Farhang Rouhani, Associate Professor of Geography, holds a B.A. in Geography and English Literature from the University of California, Berkeley (1993) and a Ph.D. from the University of Arizona (2001).
He is a cultural and political geographer who has researched and written about globalization, state formation, and new media politics in Iran; Iranian and Muslim diasporic politics in the U.S.; and anarchist theories and practices
Areas of Expertise (5)
Iranian and Muslim Diaspora
University of Arizona: Ph.D., Geography 2001
University of Arizona: M.A., Geography 1997
University of California, Berkeley: B.A., Geography and English Literature 1993
- Association of American Geographers (AAG)
- AAG Specialty Groups: Sexuality and Space (Co - chair 2009 - 2011 Secretary 2006 - 2009 Paper Judge 2014)
- East Middle East Studies Association
- Society for Iranian Studies
- Southeast Regional Middle East and Islamic Studies Society
102 – Introduction to Human Geography (3)
An examination of the political, economic, and cultural processes that shape the distribution, spaces, and places of contemporary societies.
304 – Geography of the Middle East (3)
An examination of the Middle East in the world including the political, cultural, social, and economic processes that orient perceptions of and in the Middle East.
338 – Geopolitics (3)
An analysis of power, ideology and identity in and across space. The class focuses on how geopolitical theories have changed over time and vary across places and introduces students to critical geopolitics.
Anarchism, Geography, and Queer Space-making: Building Bridges Over Chasms We CreateAn International E-Journal for Critical Geographies
2012 ABSTRACT: This paper examines the complex, creative, and contradictory processes of making queer space through an analysis of the rise and demise of the Richmond Queer Space Project (RQSP), a queer- and anarchist-identified organization in Richmond, Va. I begin by synthesizing emerging perspectives from anarchism, queer theory, and the conceptualization of queer space in geography. Then, I observe the practices through which RQSP members created a queer space; their location politics in a small-city context; and the contradictory politics of affinity and identity that led to the group’s demise...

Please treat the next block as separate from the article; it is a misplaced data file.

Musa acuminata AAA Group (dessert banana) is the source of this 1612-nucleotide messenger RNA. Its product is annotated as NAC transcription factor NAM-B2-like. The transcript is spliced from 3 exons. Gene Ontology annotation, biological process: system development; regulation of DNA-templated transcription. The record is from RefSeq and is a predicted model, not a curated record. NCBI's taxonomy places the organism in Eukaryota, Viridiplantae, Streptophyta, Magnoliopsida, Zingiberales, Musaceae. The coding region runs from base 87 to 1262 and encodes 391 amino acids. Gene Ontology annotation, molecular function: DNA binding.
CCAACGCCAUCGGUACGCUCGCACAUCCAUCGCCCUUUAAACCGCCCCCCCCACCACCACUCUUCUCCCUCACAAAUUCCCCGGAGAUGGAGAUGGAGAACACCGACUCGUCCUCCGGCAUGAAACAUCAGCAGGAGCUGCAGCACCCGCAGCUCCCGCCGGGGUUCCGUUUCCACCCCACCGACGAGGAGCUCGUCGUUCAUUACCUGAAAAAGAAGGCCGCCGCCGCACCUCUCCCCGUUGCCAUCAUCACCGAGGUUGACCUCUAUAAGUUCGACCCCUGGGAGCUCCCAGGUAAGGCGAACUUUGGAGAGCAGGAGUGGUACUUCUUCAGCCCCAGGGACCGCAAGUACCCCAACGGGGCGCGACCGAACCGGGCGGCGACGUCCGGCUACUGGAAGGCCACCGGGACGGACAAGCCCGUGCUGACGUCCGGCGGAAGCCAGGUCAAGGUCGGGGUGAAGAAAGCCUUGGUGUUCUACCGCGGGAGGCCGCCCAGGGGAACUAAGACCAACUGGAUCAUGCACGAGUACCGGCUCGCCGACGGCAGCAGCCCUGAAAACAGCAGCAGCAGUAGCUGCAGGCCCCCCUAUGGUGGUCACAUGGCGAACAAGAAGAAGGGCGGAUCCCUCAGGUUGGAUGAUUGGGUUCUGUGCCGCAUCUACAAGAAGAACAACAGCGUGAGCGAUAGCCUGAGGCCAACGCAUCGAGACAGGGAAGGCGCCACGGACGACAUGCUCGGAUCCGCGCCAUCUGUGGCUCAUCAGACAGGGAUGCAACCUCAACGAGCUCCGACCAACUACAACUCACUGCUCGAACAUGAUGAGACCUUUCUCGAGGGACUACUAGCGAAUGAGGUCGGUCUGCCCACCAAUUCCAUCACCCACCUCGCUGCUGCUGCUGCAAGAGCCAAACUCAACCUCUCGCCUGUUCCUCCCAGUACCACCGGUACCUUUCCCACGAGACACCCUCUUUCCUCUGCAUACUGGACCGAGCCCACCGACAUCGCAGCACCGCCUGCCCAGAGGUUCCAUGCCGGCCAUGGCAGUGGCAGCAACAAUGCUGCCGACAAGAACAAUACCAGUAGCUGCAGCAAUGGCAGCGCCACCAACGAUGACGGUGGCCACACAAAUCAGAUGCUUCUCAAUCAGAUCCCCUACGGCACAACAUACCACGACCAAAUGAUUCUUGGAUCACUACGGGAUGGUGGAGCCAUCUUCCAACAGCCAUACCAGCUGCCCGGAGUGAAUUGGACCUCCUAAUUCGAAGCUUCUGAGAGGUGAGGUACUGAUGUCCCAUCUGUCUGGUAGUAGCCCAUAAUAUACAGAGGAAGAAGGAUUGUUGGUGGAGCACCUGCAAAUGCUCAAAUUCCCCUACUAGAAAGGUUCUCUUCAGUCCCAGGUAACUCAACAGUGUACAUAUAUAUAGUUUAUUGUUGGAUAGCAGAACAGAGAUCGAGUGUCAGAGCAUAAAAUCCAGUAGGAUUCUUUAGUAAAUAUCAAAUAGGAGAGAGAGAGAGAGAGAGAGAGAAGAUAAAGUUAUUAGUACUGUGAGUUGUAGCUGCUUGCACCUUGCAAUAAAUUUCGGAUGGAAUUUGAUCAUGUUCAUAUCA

Practice What You Teach: Facilitating Anarchism In and Out of the ClassroomAntipode
2012 ABSTRACT: In recent years, human geographers have criticized the increasing corporatization, commodification, and objectification of knowledge production, and have looked to critical pedagogical frameworks that seek to counteract these forces. Anarchism, as a body of theories and practices, has a long history of engagement with radical pedagogical experimentation. Anarchism and geography have much to contribute to one another: anarchism, through its support for creative, non-coercive, practical learning spaces, and geography, for its critical examination of the spaces of education...
Multiple sites of fieldwork: a personal reflectionIranian Studies
2004 ABSTRACT: The masculinist vision of fieldwork, which pervaded much of cultural geography during the twentieth century, assumes objective neutrality on the part of the ethnographer, and perceives the field as a static, already existing set of conditions to be catalogued...
"Islamic Yuppies"? State Rescaling, Citizenship, and Public Opinion Formation in Tehran, IranUrban Geography
2003 ABSTRACT: The contemporary political map of Tehran, Iran, is marked by a central state conflict between the institutionalized theocratic system and a newly emerging liberal-democratic system. While this conflict has received worldwide media attention, the underlying processes of state rescaling and their effects on the formation of citizenship have not. Using the concept of state rescaling, I argue that the Iranian state is increasingly, though contentiously, constituted at transnational and local levels; this occurs through matters such as the debates over opening political, economic, and cultural borders, and the decentralization of political processes through local town and city council elections...
The home as a site of state formation: The politics of transnational media consumption in TehranUniversity of Arizona
2001 ABSTRACT: How is the middle-class Tehran home, as a site of satellite television and Internet consumption, implicated within the processes of Iranian state formation and transformation? The new media technologies of satellite television and the Internet have far-reaching societal effects. Most significantly, their use has brought the role of the middle-class Tehran home to the center of state politics...